House Speaker Michael E. Busch said Monday he has long favored licensing weapons. "It seems to me that if everyone needs a license to drive a car, why don't you need it for a gun?" Busch asked.
Del. Neil Parrott, a Washington County Republican, said he could support broadened licensing and training requirements for handgun owners as long as they were accompanied by an expanded right to carry — something O'Malley did not propose. Current Maryland law, Parrott said, makes it "almost impossible" to carry a handgun.
Parrott expressed misgivings about the proposed assault weapon ban and magazine limits.
"We have to be careful not to overreact to one incident or another," he said. "They tried bans like this before, and they were not effective."
O'Malley's licensure plan would apply to all firearms besides rifles and shotguns, an exception designed for hunters and sportsmen. The extra scrutiny is aimed as a deterrent to so-called straw purchases, gun buys made on behalf of people who do not want to be linked to the weapon.
"Someone asks you to purchase a handgun for them, and you know they're going to use it in a crime, and you have to go the state police to get fingerprinted — you're certainly not going to do it," said Vincent DeMarco, an Annapolis gun-control lobbyist and national coordinator of Faiths United to Prevent Gun Violence.
Gun-control advocates said that while assault weapons can kill more efficiently, most gun deaths are linked to handguns. In Baltimore last year, according to police, handguns were used in all but three of 183 gun-related killings.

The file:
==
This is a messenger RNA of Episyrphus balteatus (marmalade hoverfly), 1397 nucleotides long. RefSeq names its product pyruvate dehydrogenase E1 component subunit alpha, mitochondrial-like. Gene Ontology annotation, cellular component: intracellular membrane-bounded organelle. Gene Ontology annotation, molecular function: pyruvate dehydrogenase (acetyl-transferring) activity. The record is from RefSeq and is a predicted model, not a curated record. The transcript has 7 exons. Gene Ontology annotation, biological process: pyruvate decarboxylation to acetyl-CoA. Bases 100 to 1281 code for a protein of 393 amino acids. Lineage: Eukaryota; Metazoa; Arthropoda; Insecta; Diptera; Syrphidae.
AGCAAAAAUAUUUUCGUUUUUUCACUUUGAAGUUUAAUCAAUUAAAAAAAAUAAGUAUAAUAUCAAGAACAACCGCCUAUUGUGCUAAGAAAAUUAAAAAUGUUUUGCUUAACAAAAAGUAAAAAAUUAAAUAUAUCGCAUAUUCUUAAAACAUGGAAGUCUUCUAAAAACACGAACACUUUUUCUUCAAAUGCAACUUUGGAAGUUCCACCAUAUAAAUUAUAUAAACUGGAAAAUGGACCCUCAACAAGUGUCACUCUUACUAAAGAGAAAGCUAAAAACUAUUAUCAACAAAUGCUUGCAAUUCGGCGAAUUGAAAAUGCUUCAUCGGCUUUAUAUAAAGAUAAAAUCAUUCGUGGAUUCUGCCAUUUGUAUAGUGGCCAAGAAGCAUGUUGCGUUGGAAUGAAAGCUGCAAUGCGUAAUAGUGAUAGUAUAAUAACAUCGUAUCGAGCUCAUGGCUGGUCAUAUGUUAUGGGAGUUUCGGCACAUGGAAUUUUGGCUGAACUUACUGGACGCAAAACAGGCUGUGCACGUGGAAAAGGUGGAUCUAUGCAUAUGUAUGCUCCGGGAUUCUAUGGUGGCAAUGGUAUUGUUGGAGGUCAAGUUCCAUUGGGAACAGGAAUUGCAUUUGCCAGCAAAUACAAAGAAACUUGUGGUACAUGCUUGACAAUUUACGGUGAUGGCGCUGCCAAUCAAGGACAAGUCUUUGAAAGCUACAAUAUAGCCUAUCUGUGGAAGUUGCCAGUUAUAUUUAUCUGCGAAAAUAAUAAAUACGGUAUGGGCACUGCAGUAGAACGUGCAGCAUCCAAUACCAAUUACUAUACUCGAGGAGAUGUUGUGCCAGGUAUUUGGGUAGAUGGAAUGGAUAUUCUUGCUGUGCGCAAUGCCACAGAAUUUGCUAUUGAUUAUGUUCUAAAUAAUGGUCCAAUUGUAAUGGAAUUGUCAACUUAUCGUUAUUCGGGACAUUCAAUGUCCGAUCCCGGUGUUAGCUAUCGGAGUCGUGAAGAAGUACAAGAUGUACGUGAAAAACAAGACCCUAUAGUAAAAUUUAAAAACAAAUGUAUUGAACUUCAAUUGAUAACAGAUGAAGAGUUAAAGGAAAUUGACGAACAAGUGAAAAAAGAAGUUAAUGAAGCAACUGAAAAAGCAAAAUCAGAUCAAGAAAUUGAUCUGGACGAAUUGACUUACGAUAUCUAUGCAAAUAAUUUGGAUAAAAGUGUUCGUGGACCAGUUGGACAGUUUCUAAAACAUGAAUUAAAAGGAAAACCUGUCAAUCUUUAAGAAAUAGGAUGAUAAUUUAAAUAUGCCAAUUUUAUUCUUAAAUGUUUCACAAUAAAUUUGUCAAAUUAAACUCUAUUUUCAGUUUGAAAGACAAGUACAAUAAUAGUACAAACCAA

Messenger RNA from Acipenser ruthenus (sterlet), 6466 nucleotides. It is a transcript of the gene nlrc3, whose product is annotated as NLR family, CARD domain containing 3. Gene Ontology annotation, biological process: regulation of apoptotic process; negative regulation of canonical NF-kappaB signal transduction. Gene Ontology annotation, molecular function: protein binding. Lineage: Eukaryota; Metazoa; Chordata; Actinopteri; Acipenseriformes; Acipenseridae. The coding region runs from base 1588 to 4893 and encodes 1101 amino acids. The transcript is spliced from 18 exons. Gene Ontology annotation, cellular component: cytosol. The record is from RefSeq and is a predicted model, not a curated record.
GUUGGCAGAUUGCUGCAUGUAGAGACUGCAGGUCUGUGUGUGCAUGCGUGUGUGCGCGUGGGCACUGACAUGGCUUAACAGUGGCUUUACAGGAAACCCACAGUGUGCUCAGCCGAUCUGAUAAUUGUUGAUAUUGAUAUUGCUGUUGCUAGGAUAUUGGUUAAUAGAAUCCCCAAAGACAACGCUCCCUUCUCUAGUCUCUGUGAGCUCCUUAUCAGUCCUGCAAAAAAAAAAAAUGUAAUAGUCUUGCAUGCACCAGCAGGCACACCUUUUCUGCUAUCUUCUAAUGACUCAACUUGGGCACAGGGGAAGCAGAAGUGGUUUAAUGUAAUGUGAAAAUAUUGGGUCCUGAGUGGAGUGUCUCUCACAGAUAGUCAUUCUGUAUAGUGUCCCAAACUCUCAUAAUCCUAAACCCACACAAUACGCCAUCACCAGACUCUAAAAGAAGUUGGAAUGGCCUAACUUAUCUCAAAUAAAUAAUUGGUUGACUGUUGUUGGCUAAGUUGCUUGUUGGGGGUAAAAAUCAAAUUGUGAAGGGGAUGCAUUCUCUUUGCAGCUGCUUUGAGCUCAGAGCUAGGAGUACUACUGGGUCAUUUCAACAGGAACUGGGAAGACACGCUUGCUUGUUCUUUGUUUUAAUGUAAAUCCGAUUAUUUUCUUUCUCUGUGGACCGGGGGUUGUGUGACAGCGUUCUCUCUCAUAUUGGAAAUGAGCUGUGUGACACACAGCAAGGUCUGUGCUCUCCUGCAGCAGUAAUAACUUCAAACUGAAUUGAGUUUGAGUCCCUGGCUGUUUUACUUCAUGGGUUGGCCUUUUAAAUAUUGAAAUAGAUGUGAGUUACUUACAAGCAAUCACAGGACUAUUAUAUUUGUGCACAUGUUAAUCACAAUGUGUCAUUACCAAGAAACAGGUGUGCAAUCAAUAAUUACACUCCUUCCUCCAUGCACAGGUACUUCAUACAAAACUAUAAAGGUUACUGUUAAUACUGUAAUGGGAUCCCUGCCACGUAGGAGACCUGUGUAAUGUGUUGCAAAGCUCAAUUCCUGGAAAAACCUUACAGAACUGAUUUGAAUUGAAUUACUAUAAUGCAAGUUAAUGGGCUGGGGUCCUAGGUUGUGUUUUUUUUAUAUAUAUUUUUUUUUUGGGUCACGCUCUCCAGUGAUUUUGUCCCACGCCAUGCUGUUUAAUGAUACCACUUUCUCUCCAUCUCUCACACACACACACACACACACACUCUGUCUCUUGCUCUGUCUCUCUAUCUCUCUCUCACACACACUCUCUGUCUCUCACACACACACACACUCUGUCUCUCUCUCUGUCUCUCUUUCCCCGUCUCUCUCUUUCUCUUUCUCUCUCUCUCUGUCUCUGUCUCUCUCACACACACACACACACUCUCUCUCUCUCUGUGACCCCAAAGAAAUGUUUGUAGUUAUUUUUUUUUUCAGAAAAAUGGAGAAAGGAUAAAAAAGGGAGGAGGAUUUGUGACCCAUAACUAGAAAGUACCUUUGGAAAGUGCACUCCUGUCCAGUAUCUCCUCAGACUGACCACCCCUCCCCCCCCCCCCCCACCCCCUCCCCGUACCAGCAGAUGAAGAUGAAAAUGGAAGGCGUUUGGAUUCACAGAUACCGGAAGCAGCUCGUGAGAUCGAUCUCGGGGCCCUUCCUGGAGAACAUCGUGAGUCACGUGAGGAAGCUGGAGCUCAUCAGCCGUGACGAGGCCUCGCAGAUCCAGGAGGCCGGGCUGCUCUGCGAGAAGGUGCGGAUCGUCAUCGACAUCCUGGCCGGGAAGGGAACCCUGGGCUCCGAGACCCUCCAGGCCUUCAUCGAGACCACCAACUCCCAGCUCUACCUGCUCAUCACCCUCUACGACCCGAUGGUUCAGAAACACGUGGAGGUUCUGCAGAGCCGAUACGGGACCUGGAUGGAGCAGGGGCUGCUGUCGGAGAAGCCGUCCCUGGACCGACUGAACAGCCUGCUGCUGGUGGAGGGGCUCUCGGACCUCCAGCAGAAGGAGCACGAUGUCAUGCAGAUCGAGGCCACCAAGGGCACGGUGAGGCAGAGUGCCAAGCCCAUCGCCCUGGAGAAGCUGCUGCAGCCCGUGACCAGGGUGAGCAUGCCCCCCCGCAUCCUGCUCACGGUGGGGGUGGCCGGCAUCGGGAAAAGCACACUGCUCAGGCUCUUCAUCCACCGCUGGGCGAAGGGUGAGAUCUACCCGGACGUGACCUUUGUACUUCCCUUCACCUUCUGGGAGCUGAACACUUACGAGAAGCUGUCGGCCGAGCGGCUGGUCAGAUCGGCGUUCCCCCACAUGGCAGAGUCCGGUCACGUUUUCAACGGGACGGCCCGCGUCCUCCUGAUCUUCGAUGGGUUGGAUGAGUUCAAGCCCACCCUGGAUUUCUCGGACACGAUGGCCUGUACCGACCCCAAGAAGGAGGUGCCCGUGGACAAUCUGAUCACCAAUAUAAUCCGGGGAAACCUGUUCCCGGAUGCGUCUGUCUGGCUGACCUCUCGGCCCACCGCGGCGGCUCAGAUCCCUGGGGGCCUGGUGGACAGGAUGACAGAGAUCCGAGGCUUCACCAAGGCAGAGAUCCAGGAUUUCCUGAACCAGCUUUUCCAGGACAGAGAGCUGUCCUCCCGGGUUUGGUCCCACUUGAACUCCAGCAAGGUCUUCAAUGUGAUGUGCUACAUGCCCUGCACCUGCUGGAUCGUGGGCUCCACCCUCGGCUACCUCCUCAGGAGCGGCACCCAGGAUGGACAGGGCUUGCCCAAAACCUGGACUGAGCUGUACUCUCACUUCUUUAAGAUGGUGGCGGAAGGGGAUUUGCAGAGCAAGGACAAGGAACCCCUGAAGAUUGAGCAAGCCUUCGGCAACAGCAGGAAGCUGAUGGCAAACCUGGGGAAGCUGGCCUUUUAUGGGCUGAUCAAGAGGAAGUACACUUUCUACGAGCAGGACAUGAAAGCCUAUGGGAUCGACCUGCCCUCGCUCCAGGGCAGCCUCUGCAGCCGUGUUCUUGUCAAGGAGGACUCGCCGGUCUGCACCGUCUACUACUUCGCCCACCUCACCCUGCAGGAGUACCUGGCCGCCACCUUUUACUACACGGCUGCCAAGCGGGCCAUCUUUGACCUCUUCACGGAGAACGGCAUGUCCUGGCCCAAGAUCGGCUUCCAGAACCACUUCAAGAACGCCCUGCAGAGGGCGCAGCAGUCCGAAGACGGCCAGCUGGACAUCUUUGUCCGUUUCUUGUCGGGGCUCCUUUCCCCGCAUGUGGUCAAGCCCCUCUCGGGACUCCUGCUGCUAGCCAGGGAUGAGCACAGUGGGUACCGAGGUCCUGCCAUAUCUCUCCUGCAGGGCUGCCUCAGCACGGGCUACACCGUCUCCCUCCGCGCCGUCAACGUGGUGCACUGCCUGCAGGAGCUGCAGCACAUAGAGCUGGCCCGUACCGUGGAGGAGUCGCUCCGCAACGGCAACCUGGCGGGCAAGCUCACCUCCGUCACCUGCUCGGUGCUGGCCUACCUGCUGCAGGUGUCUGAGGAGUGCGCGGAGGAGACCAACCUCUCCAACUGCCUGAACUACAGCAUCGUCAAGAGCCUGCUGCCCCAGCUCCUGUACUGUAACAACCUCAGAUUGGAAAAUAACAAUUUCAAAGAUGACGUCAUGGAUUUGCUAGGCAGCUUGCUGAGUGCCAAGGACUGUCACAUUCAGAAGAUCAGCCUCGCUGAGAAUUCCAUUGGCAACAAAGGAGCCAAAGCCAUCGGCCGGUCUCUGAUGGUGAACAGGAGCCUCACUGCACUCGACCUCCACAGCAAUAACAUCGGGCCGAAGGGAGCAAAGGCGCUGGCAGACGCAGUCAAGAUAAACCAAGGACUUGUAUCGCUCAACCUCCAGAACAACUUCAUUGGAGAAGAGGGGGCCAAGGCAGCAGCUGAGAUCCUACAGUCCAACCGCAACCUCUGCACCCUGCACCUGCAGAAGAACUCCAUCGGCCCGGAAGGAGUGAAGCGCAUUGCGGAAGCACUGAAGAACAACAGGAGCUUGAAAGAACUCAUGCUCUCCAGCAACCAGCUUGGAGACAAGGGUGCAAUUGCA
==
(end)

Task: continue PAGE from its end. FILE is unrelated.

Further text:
A spokesman for Mayor Stephanie Rawlings-Blake and Police Commissioner Anthony W. Batts said the administration supports the concept of stricter licensing as a deterrent to straw purchases.
"It is one of the ways that firearms get into the hands of people who wouldn't otherwise be allowed to have them," said Jim Green, the Police Department's government relations director.
Public safety experts skeptical of the deterrent effect of a handgun licensing still welcomed the proposal as an investigative tool for gun-related crimes. "It's just like the way surveillance cameras on the street does not deter crime," said Leonard Hamm, a former city police commissioner who teaches a public safety course at Coppin State University. "What the information does is point us in the right direction."
O'Malley's proposals are likely to be considered alongside novel ideas pushed by gun-control advocates who see increased public willingness to tighten gun regulations.
One plan would require Maryland gun owners to buy liability insurance similar to the requirement for cars. The proposal by Montgomery County state Sen. Jamie Raskin is designed to harness market forces to keep guns out of the hands of dangerous people the same way the cost of car insurance can keep bad drivers off the road. Baltimore Del. Jon Cardin has proposed a bullet tax and $25 gun registration fee, cash that would go to improving mental health services.
O'Malley vowed to ban the sale of "military assault weapons that have no place on our streets" and to limit the size of gun magazines to prevent mass shootings. Maryland already limits magazines to 20 bullets, and gun-control advocates hope to halve that.
O'Malley also said he wants to standardize school safeguards across the state, which vary widely. He plans to create a state center for school safety and devote funds from the capital budget to make school buildings safer, including installing cameras at entrances, having doors that lock automatically and buzzer entrance systems.
While O'Malley also announced plans to focus resources on providing early intervention for those with serious mental health issues, his remarks to the gun summit centered on controlling the sale of the most lethal weapons. The state's assault weapons ban would not take legally owned guns out of homes, an aide said, but it would prohibit buying or possessing them in the future.
"We know that it makes absolutely no sense, when you look at the level of carnage on our streets from guns, to blame every factor but guns," O'Malley said.
Baltimore Sun reporter Michael Dresser and Reuters contributed to this article.